CarMax officials said Nissan Motor Corp. U.S.A. will grant it franchises. Nissan and CarMax are both struggling to find their footing in a shifting auto retail world.
Nissans will be sold at a CarMax superstore in Carson, Calif., that is scheduled to open next spring. Other CarMax-operated Nissan stores will be named later.
This is the second such agreement CarMax has reached with a car company. The Richmond, Va., subsidiary of home electronics retail giant Circuit City Stores Inc., sells new Chrysler-Plym-outh-Jeep-Eagle products at two At-lanta-area CarMax superstores.
Analysts say the agreement could benefit both companies by giving CarMax quality vehicles to sell and an additional revenue source. Nissan aligns itself with a sophisticated retailer with national ambitions.
Both companies could use a lift. CarMax announced the Nissan agreement on Wednesday, May 6, the same day it told analysts its April sales fell below expectations and same-store sales were off 9 percent. Nissan is trying to stem its own sliding sales and market share.
'It's kind of a marriage of convenience and necessity,' said George Hoffer, an economics professor at Virginia Commonwealth University in Richmond.
CarMax has agreed to comply with the retail policy Nissan developed in January for publicly owned dealer groups and other retail consolidators. The policy limits large public and private dealership groups to a maximum of 5 percent of Nissan segment registrations nationally or 20 percent in any market.
Nissan spokeswoman Deborah Sanchez Fair said other consolidators have signed such agreements with Nissan: Asbury Automotive Group, Group 1 Automotive Inc., Lithia Motors Inc. and United Auto Group Inc.
In setting limits on public consolidators, Nissan followed companies such as American Honda Motor Co. Inc. and Toyota Motor Sales U.S.A. Inc.
Republic Industries Inc. has refused to sign the Nissan agreement and Nissan has sued Republic in federal court in California. Honda also is battling Republic in court in several states.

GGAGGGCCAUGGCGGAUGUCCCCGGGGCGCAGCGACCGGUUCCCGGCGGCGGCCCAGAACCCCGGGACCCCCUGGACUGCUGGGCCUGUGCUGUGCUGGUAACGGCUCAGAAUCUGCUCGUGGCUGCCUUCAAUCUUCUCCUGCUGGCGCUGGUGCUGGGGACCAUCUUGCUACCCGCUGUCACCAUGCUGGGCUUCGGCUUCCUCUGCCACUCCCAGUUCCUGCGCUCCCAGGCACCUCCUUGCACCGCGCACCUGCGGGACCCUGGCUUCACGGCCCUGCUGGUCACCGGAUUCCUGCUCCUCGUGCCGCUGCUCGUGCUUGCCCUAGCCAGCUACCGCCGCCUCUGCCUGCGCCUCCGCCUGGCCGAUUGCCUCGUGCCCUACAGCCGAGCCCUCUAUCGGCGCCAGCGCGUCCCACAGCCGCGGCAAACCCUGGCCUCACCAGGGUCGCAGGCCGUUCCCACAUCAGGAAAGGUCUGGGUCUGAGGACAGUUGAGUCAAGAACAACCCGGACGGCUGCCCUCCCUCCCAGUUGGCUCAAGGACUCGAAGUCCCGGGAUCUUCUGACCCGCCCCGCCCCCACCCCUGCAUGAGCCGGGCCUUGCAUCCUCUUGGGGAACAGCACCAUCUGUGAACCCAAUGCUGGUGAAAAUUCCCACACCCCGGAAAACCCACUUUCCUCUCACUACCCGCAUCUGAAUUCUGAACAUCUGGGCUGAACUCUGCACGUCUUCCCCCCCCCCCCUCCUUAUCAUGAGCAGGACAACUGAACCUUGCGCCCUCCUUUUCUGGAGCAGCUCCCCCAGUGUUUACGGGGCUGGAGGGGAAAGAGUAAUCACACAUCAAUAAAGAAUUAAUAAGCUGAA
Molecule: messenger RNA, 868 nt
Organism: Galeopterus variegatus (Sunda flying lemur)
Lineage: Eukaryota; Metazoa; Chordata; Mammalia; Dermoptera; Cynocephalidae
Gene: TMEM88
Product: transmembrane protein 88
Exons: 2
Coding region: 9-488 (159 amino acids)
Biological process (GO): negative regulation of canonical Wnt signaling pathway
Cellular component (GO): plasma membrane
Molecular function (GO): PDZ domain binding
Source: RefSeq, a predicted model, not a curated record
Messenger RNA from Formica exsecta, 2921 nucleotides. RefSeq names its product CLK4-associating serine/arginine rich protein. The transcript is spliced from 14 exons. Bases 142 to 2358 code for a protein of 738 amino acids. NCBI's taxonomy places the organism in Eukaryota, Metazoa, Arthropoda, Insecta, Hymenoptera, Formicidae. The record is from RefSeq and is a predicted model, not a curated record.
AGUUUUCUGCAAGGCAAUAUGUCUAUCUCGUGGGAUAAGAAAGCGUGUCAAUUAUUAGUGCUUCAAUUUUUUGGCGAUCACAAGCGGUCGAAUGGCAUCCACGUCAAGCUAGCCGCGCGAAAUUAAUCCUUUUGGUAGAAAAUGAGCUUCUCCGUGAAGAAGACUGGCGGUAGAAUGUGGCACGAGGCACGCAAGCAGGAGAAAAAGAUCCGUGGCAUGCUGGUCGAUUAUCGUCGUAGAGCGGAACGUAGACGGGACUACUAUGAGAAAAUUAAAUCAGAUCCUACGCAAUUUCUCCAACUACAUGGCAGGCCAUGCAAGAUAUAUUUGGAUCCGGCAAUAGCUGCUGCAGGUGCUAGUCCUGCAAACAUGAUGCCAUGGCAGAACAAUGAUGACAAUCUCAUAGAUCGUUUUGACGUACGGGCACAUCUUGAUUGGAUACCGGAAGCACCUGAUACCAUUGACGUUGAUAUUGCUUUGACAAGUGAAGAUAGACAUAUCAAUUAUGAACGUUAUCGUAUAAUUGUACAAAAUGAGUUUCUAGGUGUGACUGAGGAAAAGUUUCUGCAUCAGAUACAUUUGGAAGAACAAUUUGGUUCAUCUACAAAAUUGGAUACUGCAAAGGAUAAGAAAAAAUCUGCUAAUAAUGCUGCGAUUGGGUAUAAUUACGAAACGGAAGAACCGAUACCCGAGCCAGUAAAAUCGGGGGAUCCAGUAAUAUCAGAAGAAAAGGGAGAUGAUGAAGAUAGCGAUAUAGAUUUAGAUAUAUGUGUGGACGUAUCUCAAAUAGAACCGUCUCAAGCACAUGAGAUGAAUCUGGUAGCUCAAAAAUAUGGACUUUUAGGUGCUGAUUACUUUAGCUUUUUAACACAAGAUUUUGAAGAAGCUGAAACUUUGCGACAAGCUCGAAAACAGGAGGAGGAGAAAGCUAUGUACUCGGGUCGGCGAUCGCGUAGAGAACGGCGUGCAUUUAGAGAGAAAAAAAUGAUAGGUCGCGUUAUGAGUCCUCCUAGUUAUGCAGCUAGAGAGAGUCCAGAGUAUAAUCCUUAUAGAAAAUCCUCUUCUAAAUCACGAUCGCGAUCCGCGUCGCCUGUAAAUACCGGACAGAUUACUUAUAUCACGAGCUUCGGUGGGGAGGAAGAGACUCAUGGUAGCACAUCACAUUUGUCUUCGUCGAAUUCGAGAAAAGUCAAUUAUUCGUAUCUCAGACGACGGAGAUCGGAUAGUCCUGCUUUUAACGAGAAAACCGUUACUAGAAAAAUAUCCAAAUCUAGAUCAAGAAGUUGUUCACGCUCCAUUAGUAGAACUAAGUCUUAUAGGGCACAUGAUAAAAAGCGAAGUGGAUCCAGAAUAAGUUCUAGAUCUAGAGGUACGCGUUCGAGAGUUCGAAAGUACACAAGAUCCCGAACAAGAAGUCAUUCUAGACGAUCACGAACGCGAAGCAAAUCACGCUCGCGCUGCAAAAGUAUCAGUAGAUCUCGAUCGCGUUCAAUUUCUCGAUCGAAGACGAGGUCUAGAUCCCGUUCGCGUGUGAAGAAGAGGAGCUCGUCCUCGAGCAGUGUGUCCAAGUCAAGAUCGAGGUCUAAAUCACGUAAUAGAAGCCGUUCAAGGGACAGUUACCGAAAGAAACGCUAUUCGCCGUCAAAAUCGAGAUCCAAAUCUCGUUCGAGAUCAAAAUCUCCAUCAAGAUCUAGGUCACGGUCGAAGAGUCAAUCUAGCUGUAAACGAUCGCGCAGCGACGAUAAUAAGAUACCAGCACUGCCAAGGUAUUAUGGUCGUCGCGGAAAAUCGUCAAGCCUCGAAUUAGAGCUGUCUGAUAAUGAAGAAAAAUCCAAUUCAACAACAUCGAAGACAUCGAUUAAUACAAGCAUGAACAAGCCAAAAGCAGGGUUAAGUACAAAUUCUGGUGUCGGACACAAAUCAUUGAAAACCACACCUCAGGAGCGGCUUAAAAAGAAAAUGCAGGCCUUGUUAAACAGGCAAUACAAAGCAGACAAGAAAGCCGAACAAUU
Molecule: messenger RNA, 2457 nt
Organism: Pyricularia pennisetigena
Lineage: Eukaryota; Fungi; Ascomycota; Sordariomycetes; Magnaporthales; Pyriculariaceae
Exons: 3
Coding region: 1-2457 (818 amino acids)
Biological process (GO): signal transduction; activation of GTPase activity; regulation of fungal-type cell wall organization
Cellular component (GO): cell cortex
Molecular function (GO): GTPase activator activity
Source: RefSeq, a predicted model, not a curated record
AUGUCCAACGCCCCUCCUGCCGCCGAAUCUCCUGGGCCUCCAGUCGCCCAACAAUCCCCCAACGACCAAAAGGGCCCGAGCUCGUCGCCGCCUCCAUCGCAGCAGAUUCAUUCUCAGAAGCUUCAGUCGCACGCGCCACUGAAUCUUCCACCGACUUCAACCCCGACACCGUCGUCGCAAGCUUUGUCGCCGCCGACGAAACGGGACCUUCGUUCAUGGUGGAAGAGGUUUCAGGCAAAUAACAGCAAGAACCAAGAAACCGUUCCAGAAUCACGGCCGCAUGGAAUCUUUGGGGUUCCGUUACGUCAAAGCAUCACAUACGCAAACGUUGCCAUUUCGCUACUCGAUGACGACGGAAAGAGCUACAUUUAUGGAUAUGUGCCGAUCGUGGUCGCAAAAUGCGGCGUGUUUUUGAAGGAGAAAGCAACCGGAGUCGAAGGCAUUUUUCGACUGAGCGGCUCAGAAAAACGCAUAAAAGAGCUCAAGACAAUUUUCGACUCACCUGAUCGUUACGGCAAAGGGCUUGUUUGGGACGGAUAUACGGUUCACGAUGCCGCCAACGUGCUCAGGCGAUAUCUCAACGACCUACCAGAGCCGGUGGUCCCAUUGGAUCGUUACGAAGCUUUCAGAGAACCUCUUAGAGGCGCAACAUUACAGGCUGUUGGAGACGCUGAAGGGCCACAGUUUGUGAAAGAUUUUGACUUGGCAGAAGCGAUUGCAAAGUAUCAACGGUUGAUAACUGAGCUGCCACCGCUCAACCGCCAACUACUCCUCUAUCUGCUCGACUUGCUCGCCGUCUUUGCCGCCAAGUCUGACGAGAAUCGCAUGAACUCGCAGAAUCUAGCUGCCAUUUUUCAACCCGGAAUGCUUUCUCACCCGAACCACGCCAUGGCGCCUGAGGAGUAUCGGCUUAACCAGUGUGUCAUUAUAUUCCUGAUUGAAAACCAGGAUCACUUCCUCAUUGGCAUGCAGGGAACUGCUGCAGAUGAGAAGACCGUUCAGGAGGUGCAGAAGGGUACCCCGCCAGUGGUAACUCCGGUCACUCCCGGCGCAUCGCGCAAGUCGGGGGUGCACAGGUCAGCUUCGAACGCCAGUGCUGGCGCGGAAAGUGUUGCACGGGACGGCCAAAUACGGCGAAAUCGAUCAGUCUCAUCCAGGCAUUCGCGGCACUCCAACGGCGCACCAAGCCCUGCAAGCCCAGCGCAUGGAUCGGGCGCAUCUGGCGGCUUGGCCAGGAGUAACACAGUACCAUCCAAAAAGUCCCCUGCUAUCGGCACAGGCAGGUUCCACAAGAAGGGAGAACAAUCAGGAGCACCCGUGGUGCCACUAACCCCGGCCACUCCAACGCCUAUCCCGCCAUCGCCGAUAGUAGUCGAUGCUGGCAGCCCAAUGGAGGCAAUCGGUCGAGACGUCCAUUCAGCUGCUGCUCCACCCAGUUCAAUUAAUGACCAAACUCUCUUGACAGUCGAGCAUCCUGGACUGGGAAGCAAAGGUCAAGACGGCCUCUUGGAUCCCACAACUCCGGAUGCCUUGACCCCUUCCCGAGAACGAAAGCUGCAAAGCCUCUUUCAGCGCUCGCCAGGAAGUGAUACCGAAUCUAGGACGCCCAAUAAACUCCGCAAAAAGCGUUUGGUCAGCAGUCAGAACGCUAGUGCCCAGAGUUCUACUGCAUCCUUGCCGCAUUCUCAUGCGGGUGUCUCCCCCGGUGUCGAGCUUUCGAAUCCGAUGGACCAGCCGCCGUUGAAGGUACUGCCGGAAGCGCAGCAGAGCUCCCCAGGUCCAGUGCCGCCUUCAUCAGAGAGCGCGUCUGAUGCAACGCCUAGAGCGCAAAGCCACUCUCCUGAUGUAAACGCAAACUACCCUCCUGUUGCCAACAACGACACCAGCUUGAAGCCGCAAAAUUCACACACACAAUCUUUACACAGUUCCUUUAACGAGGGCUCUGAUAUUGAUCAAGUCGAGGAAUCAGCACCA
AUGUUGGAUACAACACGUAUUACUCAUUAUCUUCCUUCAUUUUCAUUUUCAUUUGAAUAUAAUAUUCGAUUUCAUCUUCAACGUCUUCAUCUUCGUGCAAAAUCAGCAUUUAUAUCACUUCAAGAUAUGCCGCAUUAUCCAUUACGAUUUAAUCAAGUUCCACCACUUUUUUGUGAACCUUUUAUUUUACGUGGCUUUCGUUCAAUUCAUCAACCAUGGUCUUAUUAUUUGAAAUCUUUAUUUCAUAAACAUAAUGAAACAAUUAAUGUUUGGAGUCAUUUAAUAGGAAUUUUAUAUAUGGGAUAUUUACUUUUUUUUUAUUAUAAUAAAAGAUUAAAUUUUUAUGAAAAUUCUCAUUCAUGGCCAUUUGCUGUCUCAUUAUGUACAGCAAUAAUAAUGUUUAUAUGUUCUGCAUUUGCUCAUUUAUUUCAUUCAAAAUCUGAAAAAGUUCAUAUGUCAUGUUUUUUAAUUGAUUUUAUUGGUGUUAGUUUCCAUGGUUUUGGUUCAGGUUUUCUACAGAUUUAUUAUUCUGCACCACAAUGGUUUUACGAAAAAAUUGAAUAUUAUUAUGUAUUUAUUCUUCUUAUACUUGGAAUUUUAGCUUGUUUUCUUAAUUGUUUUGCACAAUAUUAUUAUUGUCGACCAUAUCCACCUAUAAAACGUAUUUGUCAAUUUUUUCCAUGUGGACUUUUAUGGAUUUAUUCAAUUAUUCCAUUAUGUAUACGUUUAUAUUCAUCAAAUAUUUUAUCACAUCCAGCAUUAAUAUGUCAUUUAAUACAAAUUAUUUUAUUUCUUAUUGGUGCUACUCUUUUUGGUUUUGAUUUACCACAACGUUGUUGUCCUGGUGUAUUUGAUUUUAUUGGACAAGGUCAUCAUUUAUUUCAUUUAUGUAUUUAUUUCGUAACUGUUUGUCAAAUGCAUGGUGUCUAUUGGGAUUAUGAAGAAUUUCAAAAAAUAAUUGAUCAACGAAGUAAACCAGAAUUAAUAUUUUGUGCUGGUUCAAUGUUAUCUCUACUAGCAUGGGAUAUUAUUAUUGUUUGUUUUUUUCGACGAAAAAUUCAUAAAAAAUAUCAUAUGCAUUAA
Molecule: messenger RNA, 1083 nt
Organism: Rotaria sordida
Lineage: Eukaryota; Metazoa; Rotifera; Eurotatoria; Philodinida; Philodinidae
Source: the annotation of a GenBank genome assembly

FIVE STARS IN GEORGIA
Since it acquired a Chrysler-Plymouth-Jeep-Eagle franchise in 1995 in Norcross, Ga., CarMax has learned a lot about the new-car business. After a rocky start, CarMax's two Atlanta-area dealerships in March won Chrysler's Five Star customer service rating.
CarMax, which operates 19 used-car superstores, has said it wants to have at least 25 new-car dealerships and 80 to 90 superstores by 2001. It eventually wants 250 locations.
W. Austin Ligon, CarMax president, said Wednesday, May 6, that CarMax still believes in the viability of the used-vehicle business as a stand-alone enterprise, but wants to diversify: 'We think it's good to have some balance.'
CarMax uses no-haggle pricing at its stores, and that system will be carried over at any Nissan stores it opens.
Analysts' views of the agreement were mixed.
'I would have preferred to see them (CarMax) strike an arrangement with a maker whose cars are a little more popular in the market right now,' said Tom Thomson, an analyst for Wheat First Union, an investment banking and research firm in Richmond.'But I see it as a positive for both companies. Look for CarMax to strike more alliances down the road.'
Jeremy Anwyl, president of Marketec Systems Inc. in Santa Ana, Calif., said: 'This is not something Honda or Toyota would consider doing, but for Nissan it's an opportunity to get a pretty strong retailer. It could be a pretty significant move.'
One of CarMax's Los Angeles-area competitors will be Republic's Torrance Nissan, part of the Southern California Auto Group.